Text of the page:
Video artist Steve Reinke's narrators are getting closer to the real thing (whatever that means)
Chicago-based Canadian artist plays with authenticity in his videos
Canadian artist Steve Reinke's videos are designed to be open letters to his viewers. Over the last three decades, Reinke has built an award-winning international career by composing playful but intense short videos that combine carefully selected found footage, his own recordings and pensive, philosophy and poetry-infused narratives (usually voiced by Reinke himself).
A Boy Needs A Friend is actually more personal... these masks and positions are a bit closer to me than usual.- Steve Reinke on how his videos' narrators have evolved
Reinke's videos can be read as personal scrapbook entries, lectures (Reinke is also a professor at Illinois's Northwestern University) or as wholly imagined flights of fancy, but they always convey a profound sense of longing; sexual, intellectual or romantic. Reinke is on one very long voyage of self discovery, and we get to watch.
His latest work, A Boy Needs A Friend, is classic Reinke.
Reinke's narrative is at times meditative, but at other times, simply rude. His tone is often caustic and self-deprecating and yet the video is gleefully buoyed by tales, and scenes of rough and ready sex. Combining interrupted music, vintage cartoons and documentary footage, plus Reinke's own recordings — of a friend getting a tattoo in a very private place, of Paris strolls caught on telephone camera, of his husband mid-coitus — A Boy Needs A Friend is part archive, part crazy-quilt confession and very entertaining.
Catching Reinke just before he left his Chicago home to attend the screening of A Boy Needs A Friend at the Internationale Filmfestspiele Berlin (a.k.a. the Berlinale) I found him, as always, cautiously blunt. Reinke has never been at ease with exact answers. Nor should be his audience.
How do you assemble your works? Text first then footage, or footage first, or a combination of both?
Sometimes the text comes first and I have to search for the image or make an animation. But finding compelling footage first and then using writing as a way to explore it — to find out why it is interesting — happens just as often. Mostly I work in chunks, crafting the chunks into chapters, moving stuff around. Sometimes I just come across the footage, which is great. But increasingly, it is really quick to do specific searches for online stuff. Sometimes the British artist James Richards sends me great clips, like the baby and dog making out in the new piece.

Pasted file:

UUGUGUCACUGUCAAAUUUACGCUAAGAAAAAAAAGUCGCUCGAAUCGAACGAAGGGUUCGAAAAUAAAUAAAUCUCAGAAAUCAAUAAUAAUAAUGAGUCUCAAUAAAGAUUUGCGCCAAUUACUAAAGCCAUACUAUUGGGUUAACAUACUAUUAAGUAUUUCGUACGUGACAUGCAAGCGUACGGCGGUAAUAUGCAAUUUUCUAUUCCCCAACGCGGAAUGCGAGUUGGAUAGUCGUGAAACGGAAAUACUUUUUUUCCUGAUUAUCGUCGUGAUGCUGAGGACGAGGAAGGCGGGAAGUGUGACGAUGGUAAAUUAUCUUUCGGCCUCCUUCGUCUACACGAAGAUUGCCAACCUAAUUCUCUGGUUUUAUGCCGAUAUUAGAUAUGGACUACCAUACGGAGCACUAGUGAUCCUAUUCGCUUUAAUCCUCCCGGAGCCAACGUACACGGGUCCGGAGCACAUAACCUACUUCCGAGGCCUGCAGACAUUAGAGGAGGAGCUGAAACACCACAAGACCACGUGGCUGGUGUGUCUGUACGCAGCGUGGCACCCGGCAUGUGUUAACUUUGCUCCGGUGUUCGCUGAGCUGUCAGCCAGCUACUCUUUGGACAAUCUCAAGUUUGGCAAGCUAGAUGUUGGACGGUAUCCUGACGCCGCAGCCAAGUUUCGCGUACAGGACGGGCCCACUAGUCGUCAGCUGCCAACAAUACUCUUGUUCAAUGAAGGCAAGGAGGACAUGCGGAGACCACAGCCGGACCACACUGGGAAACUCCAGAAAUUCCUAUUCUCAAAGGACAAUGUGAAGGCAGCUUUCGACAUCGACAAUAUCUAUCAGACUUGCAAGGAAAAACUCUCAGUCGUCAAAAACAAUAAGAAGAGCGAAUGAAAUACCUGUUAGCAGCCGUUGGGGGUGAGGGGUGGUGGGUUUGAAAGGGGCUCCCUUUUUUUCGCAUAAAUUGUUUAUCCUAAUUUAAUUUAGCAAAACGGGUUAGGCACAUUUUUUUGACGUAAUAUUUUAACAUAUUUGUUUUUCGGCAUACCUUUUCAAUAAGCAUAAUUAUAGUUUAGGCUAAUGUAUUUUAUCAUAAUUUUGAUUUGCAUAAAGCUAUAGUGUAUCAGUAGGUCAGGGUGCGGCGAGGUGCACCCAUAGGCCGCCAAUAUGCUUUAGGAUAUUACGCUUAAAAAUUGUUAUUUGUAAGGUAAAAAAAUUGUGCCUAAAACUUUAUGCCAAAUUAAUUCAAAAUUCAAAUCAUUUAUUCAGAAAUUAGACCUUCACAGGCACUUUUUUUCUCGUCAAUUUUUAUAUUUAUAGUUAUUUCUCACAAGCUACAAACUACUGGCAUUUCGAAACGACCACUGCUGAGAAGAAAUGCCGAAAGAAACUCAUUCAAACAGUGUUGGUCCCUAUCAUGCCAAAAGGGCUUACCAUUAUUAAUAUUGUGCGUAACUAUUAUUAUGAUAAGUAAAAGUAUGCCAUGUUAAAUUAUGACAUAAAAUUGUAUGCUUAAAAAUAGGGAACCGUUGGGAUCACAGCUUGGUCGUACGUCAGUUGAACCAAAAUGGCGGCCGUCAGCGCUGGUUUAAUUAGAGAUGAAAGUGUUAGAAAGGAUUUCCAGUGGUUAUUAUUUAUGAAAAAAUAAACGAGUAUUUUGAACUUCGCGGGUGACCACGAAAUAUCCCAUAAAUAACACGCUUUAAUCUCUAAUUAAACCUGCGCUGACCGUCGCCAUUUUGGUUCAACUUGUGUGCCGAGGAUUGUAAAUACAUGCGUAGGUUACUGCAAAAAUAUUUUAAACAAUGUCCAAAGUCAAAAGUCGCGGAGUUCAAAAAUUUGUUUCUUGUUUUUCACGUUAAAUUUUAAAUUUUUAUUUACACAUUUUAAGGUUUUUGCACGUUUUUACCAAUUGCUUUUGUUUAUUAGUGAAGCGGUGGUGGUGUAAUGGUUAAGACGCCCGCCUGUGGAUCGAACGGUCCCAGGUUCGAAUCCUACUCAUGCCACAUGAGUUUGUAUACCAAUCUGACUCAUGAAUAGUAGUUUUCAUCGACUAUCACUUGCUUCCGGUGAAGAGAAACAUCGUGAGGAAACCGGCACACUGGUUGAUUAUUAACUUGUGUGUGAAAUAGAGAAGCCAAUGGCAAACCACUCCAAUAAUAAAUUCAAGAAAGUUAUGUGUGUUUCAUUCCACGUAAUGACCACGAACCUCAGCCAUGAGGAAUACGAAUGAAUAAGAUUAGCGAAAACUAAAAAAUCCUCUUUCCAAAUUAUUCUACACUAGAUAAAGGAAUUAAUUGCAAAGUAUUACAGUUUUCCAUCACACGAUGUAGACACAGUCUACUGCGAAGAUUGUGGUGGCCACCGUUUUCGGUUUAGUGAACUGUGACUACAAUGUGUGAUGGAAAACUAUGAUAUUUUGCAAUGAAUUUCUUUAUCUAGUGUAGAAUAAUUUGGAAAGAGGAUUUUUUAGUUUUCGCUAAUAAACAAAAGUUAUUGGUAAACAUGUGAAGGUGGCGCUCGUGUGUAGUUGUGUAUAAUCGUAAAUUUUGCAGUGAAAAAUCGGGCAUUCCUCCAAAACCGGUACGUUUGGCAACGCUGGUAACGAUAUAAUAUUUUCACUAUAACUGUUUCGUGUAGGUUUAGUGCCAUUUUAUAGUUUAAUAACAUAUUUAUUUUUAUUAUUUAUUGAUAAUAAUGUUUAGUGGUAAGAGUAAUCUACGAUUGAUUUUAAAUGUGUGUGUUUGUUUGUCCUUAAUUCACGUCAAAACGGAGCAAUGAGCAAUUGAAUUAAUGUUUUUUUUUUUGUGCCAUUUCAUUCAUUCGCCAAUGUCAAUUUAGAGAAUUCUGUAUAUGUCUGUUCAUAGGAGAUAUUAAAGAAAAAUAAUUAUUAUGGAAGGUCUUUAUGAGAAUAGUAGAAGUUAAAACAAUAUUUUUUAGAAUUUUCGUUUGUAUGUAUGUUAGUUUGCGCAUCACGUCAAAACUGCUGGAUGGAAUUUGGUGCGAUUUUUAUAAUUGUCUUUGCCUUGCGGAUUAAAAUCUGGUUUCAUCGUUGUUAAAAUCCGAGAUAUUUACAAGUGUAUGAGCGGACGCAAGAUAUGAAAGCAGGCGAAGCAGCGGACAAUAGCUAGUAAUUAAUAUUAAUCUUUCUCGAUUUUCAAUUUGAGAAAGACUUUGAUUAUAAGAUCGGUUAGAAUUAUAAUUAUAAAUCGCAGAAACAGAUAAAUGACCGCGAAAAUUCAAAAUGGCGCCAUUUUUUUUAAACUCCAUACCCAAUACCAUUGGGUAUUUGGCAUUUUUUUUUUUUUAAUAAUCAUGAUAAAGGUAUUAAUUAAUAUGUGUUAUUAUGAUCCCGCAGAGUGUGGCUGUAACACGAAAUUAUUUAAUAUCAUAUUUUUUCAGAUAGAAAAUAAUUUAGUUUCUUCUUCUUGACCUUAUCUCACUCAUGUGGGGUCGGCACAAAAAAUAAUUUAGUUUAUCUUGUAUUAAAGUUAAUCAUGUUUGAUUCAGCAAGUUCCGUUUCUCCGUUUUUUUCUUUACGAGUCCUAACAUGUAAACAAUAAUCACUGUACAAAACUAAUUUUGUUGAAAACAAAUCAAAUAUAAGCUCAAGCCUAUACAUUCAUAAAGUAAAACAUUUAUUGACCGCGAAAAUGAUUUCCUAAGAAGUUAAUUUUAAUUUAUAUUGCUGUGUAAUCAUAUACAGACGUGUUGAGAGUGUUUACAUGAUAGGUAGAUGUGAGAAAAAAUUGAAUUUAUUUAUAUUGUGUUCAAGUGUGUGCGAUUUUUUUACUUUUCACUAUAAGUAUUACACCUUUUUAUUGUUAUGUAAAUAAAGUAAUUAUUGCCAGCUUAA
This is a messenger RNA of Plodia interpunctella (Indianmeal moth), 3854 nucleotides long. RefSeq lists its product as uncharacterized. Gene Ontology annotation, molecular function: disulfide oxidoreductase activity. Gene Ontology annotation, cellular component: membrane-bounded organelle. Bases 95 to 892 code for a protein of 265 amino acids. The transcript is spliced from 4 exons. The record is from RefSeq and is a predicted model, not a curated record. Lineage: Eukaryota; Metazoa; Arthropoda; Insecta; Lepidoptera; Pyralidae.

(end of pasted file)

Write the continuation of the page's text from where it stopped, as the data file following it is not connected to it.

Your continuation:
A Boy Needs A Friend is part of your series Final Thoughts. What is the Final Thoughts project?
Final Thoughts is name of my ongoing series of video essays. Thought replaces thought — shifting, contingent — in a chain that finds an endpoint only in my death. Rather than being diaries, though each is quite personal, the "thoughts," like diaries, contain a lot of the quotidian. But Final Thoughts is not meant primarily to document my day-to-day life.
The video subtly mocks — and also validates — our culture's mania for the "authentic."
In most of my work, I've mocked and played around with any notion of authenticity. A Boy Needs A Friend is actually more personal, closer to a kind of confessional mode [than previous works]; though never one that would presume that the artist/narrator has any solid, authentic core, just a cycling through various masks and positions. But these masks and positions are a bit closer to me than usual.
The "carnivorous leopard urine" section plays around maybe most clearly with this — the claim to have determined someone's psychic core by looking at them, yet having that projection still hold possibilities that might be true. The passport section does this, too.
In your early works you played a kind of gadabout, a gay ingénue. Now you're a 50-something wise daddy!
Yep, the persona has changed, often from work to work. The stuff from 10 or 15 years ago, like Anthology of American Folk Song often had an unstable voice, sometimes personal, sometimes cold. Starting from 2014, the narrators have become more grounding, with more charm and humour, but also a kind of looseness and a willingness to speculate, philosophize, spin nonsense.
Has your method of recording your own voice changed with "the persona," as you put it?
I used to use a voice over booth, but now I just have a mic at my desk. I rehearse the texts half a dozen times, getting the pauses and intonation down. Then I record — usually in one take, maybe two. I often keep little mistakes and the sound of breath and spit. I want to seduce viewers with my voice, seduce them and slap them around, although the slapping is more often through images and non-vocal sound.
You're mellowing, perhaps?
I do feel a bit different. I have become much warmer, more emotional (though still not terribly emotional) and social, even occasionally outgoing. For me the video is more about intimacy and queer intimacy. Most of my actual friends, for instance, are women and have no place in this video. The video has my husband and some sex buddies, but not really many friends or friendships.
How has living most of the last 20 years in the United States changed your practice?
Hmm. I never wanted to live in America, but I couldn't get a job in Canada. Likewise, if I had to live in America, I wouldn't have chosen Chicago, but I keep getting jobs here. And now I have property, tenure and a husband who loves Chicago, so I'm stuck here. One of the nice things about being a young artist in Toronto was that marginal practices (that is non-commercial) like audio art and experimental film/video seemed central to the scene. In America video art — unless it's in a fancy gallery — can be dismissed as quaint. I also like Canadian audiences more as they get the work — the sense of humour and literary ironies, the McLuhanesque aphorisms — better than other audiences.